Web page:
When he flicked off the leash, he caught a flash of frustration in Jason’s face, and he grinned. He knew that Jason knew that he knew, etcetera. But that was okay. It added a bit of spice to the situation. It was becoming a dance, a game in which the strategy was to out wait your opponent; let him make the first move for the gun. Whoever grabbed it now wouldn’t have time to bring it up to use before the other one was on his back, and, most likely, in a controlling position.

“That thing isn’t exactly my idea of a love bond, either,” Jason said as he nodded to the chain on the ground. There was no point in avoiding mention of it now. And, just maybe he could turn it to his advantage. “Do you always have to keep your women under lock and key?”

Again, Vic’s temper did a reflexive jig at the dig. But, before it cost him, he grinned broadly and said, “Yeah, man. I’ve got a whole harem of ’em. I beat the shit out of ’em once a day just to keep ’em in line and to keep me in practice. And they’re all crazy for me. You like this one?” His thumb stabbed over his shoulder toward Erin. “Tell you what. I’ll let you have her for, oh, say half an hour for a pint—no, make that a fifth of good bourbon—for fifteen minutes. Can’t beat that price, now, can you?”

Jason tried another tack. “Oh, then you aren’t her husband or boyfriend or anything like that, somebody she might actually like. You’re just a pimp. And, a cheap one, at that.”

Vic mistook Jason’s attempt to rile him as the beginnings of a building rage and a loss of restraint. He was feeling more and more in his element. He liked nothing better than to cause outrage and shock in his audience, to offend and appall them with his depravity. He had no one to answer to but Vince, and Vince had said he could do anything he wanted—anytime—to anyone—and no one could stop him. Even with the dance for the shotgun vital to him, he was enjoying the banter and the direction it was beginning to take.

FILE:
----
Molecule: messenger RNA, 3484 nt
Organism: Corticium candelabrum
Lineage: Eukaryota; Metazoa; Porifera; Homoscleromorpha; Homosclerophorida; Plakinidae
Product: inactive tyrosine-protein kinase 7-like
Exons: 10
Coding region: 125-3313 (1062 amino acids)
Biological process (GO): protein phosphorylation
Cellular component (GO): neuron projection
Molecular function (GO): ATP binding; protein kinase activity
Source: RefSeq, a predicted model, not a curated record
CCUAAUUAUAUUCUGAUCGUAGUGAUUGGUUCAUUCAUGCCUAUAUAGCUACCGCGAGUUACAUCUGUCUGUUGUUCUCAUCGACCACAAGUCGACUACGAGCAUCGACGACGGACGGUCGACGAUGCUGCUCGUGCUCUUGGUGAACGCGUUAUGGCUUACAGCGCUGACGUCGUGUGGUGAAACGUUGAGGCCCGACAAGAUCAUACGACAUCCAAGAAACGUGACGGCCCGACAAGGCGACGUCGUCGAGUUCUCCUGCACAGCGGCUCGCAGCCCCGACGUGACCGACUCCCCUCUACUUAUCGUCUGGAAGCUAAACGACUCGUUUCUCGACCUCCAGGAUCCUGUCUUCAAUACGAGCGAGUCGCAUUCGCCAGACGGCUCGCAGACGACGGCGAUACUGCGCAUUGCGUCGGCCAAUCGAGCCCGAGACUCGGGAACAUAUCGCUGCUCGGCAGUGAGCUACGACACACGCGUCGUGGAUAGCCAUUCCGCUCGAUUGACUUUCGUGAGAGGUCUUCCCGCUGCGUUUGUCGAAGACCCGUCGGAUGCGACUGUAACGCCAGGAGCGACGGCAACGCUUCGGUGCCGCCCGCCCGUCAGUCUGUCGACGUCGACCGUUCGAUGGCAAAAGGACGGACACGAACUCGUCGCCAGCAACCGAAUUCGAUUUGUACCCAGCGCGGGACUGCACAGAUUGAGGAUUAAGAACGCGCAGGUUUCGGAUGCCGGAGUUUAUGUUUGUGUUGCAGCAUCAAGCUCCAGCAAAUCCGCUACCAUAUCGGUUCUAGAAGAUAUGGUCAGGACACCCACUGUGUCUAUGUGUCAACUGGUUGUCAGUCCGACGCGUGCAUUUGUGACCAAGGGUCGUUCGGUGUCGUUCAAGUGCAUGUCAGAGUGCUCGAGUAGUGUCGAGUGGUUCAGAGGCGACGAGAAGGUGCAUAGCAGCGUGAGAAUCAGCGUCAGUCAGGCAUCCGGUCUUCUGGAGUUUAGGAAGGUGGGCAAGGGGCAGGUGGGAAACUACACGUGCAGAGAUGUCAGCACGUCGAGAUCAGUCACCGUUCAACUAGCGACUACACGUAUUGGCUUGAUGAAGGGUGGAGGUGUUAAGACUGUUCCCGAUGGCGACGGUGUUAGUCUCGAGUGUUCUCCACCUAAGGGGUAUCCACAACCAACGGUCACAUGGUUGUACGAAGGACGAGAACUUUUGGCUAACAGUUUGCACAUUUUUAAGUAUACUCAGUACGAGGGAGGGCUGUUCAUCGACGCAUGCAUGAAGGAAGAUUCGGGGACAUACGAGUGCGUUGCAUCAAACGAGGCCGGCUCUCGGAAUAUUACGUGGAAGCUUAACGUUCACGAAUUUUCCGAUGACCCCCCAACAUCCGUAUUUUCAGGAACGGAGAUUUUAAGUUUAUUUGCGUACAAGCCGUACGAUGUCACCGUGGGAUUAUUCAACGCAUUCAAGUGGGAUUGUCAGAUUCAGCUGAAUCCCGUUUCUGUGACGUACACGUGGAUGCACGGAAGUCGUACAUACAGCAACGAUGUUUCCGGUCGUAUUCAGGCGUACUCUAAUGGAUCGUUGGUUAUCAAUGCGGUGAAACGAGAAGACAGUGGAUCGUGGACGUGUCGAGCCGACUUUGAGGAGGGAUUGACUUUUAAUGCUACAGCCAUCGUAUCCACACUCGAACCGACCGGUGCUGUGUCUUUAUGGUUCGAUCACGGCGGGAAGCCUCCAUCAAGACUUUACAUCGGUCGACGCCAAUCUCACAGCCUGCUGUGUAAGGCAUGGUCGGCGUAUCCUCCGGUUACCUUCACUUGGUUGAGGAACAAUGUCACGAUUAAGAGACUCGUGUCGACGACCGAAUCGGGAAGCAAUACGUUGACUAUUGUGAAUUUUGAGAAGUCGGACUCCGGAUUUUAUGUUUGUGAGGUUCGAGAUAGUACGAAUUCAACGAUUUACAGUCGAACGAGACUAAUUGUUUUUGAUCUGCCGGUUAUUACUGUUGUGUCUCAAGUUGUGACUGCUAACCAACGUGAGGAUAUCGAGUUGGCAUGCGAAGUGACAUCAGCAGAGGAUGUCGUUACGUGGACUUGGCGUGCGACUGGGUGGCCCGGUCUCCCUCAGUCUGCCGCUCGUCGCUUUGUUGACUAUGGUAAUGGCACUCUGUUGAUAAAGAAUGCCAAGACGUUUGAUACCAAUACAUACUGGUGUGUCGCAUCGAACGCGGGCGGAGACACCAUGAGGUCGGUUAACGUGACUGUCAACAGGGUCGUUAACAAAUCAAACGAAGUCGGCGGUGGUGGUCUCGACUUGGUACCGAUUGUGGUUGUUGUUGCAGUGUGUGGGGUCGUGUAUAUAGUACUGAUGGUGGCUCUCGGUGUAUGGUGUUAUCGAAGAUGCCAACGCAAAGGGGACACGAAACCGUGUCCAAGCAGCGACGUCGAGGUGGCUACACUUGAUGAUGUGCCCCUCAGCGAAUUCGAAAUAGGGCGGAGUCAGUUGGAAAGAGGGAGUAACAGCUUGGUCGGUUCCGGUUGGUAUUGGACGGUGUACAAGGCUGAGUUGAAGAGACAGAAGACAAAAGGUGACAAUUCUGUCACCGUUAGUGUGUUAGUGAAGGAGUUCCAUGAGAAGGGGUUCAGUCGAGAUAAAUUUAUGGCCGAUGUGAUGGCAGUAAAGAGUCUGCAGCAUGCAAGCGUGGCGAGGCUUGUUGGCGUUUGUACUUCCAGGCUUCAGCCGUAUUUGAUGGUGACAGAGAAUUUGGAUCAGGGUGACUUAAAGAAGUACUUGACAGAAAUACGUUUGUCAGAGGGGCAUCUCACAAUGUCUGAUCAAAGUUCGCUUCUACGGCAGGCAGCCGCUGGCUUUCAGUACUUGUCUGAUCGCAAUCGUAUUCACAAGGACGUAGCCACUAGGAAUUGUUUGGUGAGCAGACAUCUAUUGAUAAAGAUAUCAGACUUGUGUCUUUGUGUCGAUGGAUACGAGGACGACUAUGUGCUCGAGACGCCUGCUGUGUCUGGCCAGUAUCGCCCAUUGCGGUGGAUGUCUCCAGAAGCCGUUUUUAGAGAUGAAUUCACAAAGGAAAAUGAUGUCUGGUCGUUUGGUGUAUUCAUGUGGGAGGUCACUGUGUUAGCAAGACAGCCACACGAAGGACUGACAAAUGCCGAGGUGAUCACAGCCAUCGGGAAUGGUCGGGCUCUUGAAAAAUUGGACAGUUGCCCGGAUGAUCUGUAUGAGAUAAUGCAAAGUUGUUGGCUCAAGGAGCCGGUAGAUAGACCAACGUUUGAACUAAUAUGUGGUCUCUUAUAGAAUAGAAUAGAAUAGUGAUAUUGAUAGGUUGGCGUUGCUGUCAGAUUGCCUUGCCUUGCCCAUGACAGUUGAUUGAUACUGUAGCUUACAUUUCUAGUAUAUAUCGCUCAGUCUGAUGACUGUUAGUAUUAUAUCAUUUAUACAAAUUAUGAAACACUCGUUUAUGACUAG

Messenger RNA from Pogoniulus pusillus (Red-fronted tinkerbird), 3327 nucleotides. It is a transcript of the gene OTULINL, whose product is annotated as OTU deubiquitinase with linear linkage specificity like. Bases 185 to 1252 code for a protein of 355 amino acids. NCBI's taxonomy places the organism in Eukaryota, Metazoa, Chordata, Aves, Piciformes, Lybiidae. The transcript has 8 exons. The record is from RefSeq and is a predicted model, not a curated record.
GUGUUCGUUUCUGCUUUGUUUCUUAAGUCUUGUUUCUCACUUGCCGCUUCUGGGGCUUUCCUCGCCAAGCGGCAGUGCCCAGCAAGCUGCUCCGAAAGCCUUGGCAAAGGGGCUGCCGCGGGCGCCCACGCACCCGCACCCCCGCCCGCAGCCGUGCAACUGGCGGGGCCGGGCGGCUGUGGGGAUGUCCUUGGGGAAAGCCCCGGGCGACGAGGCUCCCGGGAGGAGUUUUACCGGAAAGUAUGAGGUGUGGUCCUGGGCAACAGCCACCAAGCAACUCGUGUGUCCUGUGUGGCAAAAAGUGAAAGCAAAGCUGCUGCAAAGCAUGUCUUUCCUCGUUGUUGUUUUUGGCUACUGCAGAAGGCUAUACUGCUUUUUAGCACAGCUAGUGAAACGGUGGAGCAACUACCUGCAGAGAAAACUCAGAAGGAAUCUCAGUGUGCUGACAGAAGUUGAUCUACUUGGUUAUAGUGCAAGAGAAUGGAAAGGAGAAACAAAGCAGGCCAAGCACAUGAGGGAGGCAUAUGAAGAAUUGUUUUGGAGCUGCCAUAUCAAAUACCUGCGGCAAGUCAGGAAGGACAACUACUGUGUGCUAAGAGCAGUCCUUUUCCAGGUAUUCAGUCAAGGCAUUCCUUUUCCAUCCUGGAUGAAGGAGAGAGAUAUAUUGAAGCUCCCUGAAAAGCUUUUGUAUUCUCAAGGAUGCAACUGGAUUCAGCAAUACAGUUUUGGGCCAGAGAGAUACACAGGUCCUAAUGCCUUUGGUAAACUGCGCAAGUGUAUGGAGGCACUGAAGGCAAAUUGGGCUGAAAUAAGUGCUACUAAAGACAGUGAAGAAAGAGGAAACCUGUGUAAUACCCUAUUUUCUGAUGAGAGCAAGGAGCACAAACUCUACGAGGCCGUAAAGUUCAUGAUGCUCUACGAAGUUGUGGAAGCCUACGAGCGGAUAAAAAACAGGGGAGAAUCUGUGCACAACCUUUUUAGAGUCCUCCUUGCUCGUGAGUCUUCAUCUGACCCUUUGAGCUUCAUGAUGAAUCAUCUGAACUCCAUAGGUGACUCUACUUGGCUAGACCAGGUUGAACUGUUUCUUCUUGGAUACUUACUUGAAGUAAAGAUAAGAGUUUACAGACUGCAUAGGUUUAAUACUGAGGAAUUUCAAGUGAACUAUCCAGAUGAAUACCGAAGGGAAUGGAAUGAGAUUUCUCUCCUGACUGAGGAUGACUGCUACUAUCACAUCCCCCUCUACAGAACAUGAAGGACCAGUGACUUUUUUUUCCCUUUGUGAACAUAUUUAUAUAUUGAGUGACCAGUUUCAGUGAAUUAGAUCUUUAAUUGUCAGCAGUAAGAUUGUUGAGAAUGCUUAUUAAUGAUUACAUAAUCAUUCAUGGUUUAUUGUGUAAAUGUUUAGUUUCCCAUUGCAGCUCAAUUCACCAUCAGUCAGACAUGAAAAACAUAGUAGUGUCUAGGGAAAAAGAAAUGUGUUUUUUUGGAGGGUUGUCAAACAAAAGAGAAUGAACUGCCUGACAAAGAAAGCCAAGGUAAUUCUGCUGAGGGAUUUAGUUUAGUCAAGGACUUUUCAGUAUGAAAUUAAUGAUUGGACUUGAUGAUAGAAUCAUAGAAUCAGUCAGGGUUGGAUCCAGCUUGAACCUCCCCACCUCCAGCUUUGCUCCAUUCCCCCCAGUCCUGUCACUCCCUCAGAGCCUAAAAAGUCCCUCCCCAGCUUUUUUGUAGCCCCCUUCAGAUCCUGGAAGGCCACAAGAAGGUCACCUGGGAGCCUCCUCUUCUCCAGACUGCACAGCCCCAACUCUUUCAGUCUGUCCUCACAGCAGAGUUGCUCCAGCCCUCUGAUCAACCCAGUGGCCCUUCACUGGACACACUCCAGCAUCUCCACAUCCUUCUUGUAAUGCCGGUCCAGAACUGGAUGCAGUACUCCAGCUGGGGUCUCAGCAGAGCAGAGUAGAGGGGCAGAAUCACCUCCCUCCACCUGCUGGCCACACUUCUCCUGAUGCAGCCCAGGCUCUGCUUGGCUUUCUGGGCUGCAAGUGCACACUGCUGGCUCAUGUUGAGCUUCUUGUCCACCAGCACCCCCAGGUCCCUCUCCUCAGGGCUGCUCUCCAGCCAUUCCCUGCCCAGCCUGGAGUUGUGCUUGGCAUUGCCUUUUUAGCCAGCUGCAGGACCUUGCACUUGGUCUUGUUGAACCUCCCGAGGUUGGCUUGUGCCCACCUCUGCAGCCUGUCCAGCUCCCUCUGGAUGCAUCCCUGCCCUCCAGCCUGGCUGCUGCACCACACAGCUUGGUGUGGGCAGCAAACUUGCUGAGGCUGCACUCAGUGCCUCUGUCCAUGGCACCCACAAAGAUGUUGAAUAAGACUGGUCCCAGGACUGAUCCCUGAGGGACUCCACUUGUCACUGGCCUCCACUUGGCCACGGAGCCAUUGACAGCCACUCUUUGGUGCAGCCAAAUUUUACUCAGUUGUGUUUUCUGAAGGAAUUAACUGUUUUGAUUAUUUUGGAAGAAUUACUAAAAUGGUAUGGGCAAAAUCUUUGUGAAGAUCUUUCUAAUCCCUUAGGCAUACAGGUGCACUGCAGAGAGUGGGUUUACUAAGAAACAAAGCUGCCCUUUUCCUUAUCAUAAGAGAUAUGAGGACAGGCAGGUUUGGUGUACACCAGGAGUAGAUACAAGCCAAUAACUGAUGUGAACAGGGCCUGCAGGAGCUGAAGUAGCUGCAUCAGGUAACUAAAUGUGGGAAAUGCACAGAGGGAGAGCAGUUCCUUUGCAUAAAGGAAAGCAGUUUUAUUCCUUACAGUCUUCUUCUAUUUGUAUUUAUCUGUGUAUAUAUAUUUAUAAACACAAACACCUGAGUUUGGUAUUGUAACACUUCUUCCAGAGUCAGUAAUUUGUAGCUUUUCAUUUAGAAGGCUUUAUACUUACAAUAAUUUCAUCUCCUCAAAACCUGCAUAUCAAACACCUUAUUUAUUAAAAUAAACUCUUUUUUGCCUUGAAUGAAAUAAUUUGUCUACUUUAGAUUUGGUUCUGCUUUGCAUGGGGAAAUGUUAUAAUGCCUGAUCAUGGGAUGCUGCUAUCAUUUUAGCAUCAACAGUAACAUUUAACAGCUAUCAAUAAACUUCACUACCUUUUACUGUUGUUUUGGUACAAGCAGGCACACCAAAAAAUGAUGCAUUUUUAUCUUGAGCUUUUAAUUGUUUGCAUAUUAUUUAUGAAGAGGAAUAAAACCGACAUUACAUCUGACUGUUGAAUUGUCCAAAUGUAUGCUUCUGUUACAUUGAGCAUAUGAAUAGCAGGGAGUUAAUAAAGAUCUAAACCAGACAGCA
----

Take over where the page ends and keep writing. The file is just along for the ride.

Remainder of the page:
He snickered. “No, man. Not cheap—generous. I saw how you gawked at her tits. Not bad, huh? And you look like you’ve had a hard day. I’ve really got everything I need or want. Except—silly me—I forgot to bring a bottle with me. So, if you’ve got a bottle, she’s all yours—for a little while, anyway. I can tell you, too, she is fine! I just had another go at her, myself, so she may be a little tired right now. But, hell, for a paying customer, I’ll beat her back into shape in a minute or two for you. Do you like ’em awake and squirming, or conked out and just lying there?”

Jason knew Vic’s type, street wise and vicious, and he began to doubt that he could rattle the young punk, but he tried once more. “Hey, pal, I don’t have to pay for a lady’s favors.”

Vic’s face got noticeably red. He spat out, “Up yours!”

“In fact, I have never had to resort to dealing with some skuzzy pimp.”

Vic’s face got redder, but he said nothing.

“And never—ever—have I had to force a lady. It’s much better that way, you know. Or—no, I guess you don’t know, do you? You’ve probably never had that experience.”

When Vic started sputtering through jaws clamped tight, Jason knew he had him on the run. It was becoming clear that Vic would have preferred a more cooperative relationship with his captive, but that she had denied him.

Jason jabbed again at Vic’s revealed weakness. “And, you’re right, she’s a real beauty. Why, I’ll bet she could drive a guy wild—if she wanted to—if she was aroused to desire, wanting his body. You know, half the pleasure is in knowing she wants you, knowing that to her you are so desirable that she just can’t wait to—oh, but then, what would a skuzzy pimp care about being desired?”

“Aarrgh!” Screaming with rage, Vic lunged for the shotgun. Before he completed his first step, Jason charged, too.

Vic’s hand grasped the gun barrel and was raising it to his other hand when the solid weight of granola bars and peanuts slammed the side of his head. He toppled over the trashcan and lost his grip on the shotgun, which thudded down near the edge of the lagoon. Jason’s momentum carried him past Vic, but not past Vic’s feet. He stumbled and hit the turf in a roll, lost his grip on the bag, and scrambled back to his feet just as Vic did the same.

Vic’s lunge met a jarring fist that bloodied his already tender nose and flooded his eyes with tears. Then another jabbing fist rocked him back against tree next to the trashcan. He licked at the blood welling from a split in his lower lip and wiped the back of his hand across his burning nose. Jason could see the rage seethe in him as he dove at Jason with outstretched arms.

Jason tried to sidestep the charge, but Vic’s reach was too great. A strong, clutching hand grabbed Jason’s pants leg, and dragged him to the grass where they grappled and rolled. With a chill, Jason realized being pinned would mean more than losing the match or watching a felon escape. Unlike any of his past struggles, this fight was likely to the death.